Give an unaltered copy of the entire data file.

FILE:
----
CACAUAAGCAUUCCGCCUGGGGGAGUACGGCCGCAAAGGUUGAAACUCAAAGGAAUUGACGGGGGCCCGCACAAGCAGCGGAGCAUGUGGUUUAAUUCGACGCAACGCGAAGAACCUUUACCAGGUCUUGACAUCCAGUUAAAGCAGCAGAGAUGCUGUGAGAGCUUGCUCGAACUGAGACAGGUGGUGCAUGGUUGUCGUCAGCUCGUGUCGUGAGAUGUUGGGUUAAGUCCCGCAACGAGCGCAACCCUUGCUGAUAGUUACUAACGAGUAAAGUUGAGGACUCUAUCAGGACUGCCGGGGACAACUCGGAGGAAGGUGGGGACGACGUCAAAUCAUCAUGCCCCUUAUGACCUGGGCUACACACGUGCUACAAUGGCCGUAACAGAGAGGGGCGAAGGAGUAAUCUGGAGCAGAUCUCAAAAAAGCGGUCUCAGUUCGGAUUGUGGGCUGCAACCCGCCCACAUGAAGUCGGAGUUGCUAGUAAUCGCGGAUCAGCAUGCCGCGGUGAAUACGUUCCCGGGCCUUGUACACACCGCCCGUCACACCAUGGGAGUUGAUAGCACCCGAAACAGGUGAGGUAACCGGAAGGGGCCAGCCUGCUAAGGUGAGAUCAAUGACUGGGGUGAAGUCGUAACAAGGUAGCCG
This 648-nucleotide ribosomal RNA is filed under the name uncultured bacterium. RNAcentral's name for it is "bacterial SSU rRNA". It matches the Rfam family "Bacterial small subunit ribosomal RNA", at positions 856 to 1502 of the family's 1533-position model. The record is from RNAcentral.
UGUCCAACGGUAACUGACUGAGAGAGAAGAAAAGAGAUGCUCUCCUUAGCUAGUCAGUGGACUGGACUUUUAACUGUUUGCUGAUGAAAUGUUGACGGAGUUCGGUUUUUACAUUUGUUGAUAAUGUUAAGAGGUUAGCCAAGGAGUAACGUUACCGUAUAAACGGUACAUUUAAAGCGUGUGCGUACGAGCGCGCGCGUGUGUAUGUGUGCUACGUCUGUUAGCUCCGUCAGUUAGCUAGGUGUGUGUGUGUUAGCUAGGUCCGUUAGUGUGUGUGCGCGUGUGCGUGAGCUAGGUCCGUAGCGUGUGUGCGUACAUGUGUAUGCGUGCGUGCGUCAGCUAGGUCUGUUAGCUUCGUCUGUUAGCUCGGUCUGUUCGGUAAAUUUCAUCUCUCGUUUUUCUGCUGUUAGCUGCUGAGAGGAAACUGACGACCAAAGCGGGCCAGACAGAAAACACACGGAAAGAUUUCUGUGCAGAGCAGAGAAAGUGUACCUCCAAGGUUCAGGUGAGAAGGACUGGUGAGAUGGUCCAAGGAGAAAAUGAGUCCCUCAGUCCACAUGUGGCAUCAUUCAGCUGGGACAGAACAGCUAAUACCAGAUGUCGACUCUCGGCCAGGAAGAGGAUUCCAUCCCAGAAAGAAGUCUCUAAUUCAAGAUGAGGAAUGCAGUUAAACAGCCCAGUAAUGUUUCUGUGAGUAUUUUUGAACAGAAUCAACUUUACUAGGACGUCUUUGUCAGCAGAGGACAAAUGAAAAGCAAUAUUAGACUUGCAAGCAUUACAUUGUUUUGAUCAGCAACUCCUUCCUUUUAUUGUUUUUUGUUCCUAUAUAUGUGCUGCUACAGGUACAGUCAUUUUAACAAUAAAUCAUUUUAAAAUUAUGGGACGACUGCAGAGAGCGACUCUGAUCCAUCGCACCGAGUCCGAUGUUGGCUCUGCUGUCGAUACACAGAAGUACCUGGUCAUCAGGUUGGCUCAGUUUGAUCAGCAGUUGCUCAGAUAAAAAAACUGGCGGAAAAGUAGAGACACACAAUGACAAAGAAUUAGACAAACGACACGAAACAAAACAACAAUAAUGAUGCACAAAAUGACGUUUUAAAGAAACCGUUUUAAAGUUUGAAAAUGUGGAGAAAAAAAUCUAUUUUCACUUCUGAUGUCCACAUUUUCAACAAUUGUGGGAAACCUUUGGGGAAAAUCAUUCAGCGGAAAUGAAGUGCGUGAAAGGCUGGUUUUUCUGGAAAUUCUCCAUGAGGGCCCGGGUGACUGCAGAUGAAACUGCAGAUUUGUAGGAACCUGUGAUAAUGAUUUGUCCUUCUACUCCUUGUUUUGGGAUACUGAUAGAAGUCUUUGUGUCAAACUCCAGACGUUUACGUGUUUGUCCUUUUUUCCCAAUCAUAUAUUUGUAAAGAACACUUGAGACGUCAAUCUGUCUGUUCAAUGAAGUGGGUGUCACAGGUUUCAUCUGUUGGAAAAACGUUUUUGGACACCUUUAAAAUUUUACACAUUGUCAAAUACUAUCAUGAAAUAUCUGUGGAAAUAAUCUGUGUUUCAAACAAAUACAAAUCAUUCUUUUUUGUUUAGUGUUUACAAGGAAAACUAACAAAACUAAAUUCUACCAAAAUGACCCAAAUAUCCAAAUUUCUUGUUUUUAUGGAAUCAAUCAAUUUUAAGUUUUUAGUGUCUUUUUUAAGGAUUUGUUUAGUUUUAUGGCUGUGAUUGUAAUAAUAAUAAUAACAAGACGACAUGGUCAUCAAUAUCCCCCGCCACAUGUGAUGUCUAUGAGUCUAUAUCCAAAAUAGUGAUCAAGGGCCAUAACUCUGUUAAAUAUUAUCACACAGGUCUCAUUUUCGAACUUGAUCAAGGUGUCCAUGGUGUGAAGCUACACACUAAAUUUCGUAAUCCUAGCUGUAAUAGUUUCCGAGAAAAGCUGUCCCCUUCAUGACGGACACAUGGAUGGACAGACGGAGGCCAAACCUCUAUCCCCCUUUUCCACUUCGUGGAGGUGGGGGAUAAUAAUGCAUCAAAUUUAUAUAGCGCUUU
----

CACAUAAGCAUUCCGCCUGGGGGAGUACGGCCGCAAAGGUUGAAACUCAAAGGAAUUGACGGGGGCCCGCACAAGCAGCGGAGCAUGUGGUUUAAUUCGACGCAACGCGAAGAACCUUUACCAGGUCUUGACAUCCAGUUAAAGCAGCAGAGAUGCUGUGAGAGCUUGCUCGAACUGAGACAGGUGGUGCAUGGUUGUCGUCAGCUCGUGUCGUGAGAUGUUGGGUUAAGUCCCGCAACGAGCGCAACCCUUGCUGAUAGUUACUAACGAGUAAAGUUGAGGACUCUAUCAGGACUGCCGGGGACAACUCGGAGGAAGGUGGGGACGACGUCAAAUCAUCAUGCCCCUUAUGACCUGGGCUACACACGUGCUACAAUGGCCGUAACAGAGAGGGGCGAAGGAGUAAUCUGGAGCAGAUCUCAAAAAAGCGGUCUCAGUUCGGAUUGUGGGCUGCAACCCGCCCACAUGAAGUCGGAGUUGCUAGUAAUCGCGGAUCAGCAUGCCGCGGUGAAUACGUUCCCGGGCCUUGUACACACCGCCCGUCACACCAUGGGAGUUGAUAGCACCCGAAACAGGUGAGGUAACCGGAAGGGGCCAGCCUGCUAAGGUGAGAUCAAUGACUGGGGUGAAGUCGUAACAAGGUAGCCG
This 648-nucleotide ribosomal RNA is filed under the name uncultured bacterium. RNAcentral's name for it is "bacterial SSU rRNA". It matches the Rfam family "Bacterial small subunit ribosomal RNA", at positions 856 to 1502 of the family's 1533-position model. The record is from RNAcentral.
UGUCCAACGGUAACUGACUGAGAGAGAAGAAAAGAGAUGCUCUCCUUAGCUAGUCAGUGGACUGGACUUUUAACUGUUUGCUGAUGAAAUGUUGACGGAGUUCGGUUUUUACAUUUGUUGAUAAUGUUAAGAGGUUAGCCAAGGAGUAACGUUACCGUAUAAACGGUACAUUUAAAGCGUGUGCGUACGAGCGCGCGCGUGUGUAUGUGUGCUACGUCUGUUAGCUCCGUCAGUUAGCUAGGUGUGUGUGUGUUAGCUAGGUCCGUUAGUGUGUGUGCGCGUGUGCGUGAGCUAGGUCCGUAGCGUGUGUGCGUACAUGUGUAUGCGUGCGUGCGUCAGCUAGGUCUGUUAGCUUCGUCUGUUAGCUCGGUCUGUUCGGUAAAUUUCAUCUCUCGUUUUUCUGCUGUUAGCUGCUGAGAGGAAACUGACGACCAAAGCGGGCCAGACAGAAAACACACGGAAAGAUUUCUGUGCAGAGCAGAGAAAGUGUACCUCCAAGGUUCAGGUGAGAAGGACUGGUGAGAUGGUCCAAGGAGAAAAUGAGUCCCUCAGUCCACAUGUGGCAUCAUUCAGCUGGGACAGAACAGCUAAUACCAGAUGUCGACUCUCGGCCAGGAAGAGGAUUCCAUCCCAGAAAGAAGUCUCUAAUUCAAGAUGAGGAAUGCAGUUAAACAGCCCAGUAAUGUUUCUGUGAGUAUUUUUGAACAGAAUCAACUUUACUAGGACGUCUUUGUCAGCAGAGGACAAAUGAAAAGCAAUAUUAGACUUGCAAGCAUUACAUUGUUUUGAUCAGCAACUCCUUCCUUUUAUUGUUUUUUGUUCCUAUAUAUGUGCUGCUACAGGUACAGUCAUUUUAACAAUAAAUCAUUUUAAAAUUAUGGGACGACUGCAGAGAGCGACUCUGAUCCAUCGCACCGAGUCCGAUGUUGGCUCUGCUGUCGAUACACAGAAGUACCUGGUCAUCAGGUUGGCUCAGUUUGAUCAGCAGUUGCUCAGAUAAAAAAACUGGCGGAAAAGUAGAGACACACAAUGACAAAGAAUUAGACAAACGACACGAAACAAAACAACAAUAAUGAUGCACAAAAUGACGUUUUAAAGAAACCGUUUUAAAGUUUGAAAAUGUGGAGAAAAAAAUCUAUUUUCACUUCUGAUGUCCACAUUUUCAACAAUUGUGGGAAACCUUUGGGGAAAAUCAUUCAGCGGAAAUGAAGUGCGUGAAAGGCUGGUUUUUCUGGAAAUUCUCCAUGAGGGCCCGGGUGACUGCAGAUGAAACUGCAGAUUUGUAGGAACCUGUGAUAAUGAUUUGUCCUUCUACUCCUUGUUUUGGGAUACUGAUAGAAGUCUUUGUGUCAAACUCCAGACGUUUACGUGUUUGUCCUUUUUUCCCAAUCAUAUAUUUGUAAAGAACACUUGAGACGUCAAUCUGUCUGUUCAAUGAAGUGGGUGUCACAGGUUUCAUCUGUUGGAAAAACGUUUUUGGACACCUUUAAAAUUUUACACAUUGUCAAAUACUAUCAUGAAAUAUCUGUGGAAAUAAUCUGUGUUUCAAACAAAUACAAAUCAUUCUUUUUUGUUUAGUGUUUACAAGGAAAACUAACAAAACUAAAUUCUACCAAAAUGACCCAAAUAUCCAAAUUUCUUGUUUUUAUGGAAUCAAUCAAUUUUAAGUUUUUAGUGUCUUUUUUAAGGAUUUGUUUAGUUUUAUGGCUGUGAUUGUAAUAAUAAUAAUAACAAGACGACAUGGUCAUCAAUAUCCCCCGCCACAUGUGAUGUCUAUGAGUCUAUAUCCAAAAUAGUGAUCAAGGGCCAUAACUCUGUUAAAUAUUAUCACACAGGUCUCAUUUUCGAACUUGAUCAAGGUGUCCAUGGUGUGAAGCUACACACUAAAUUUCGUAAUCCUAGCUGUAAUAGUUUCCGAGAAAAGCUGUCCCCUUCAUGACGGACACAUGGAUGGACAGACGGAGGCCAAACCUCUAUCCCCCUUUUCCACUUCGUGGAGGUGGGGGAUAAUAAUGCAUCAAAUUUAUAUAGCGCUUU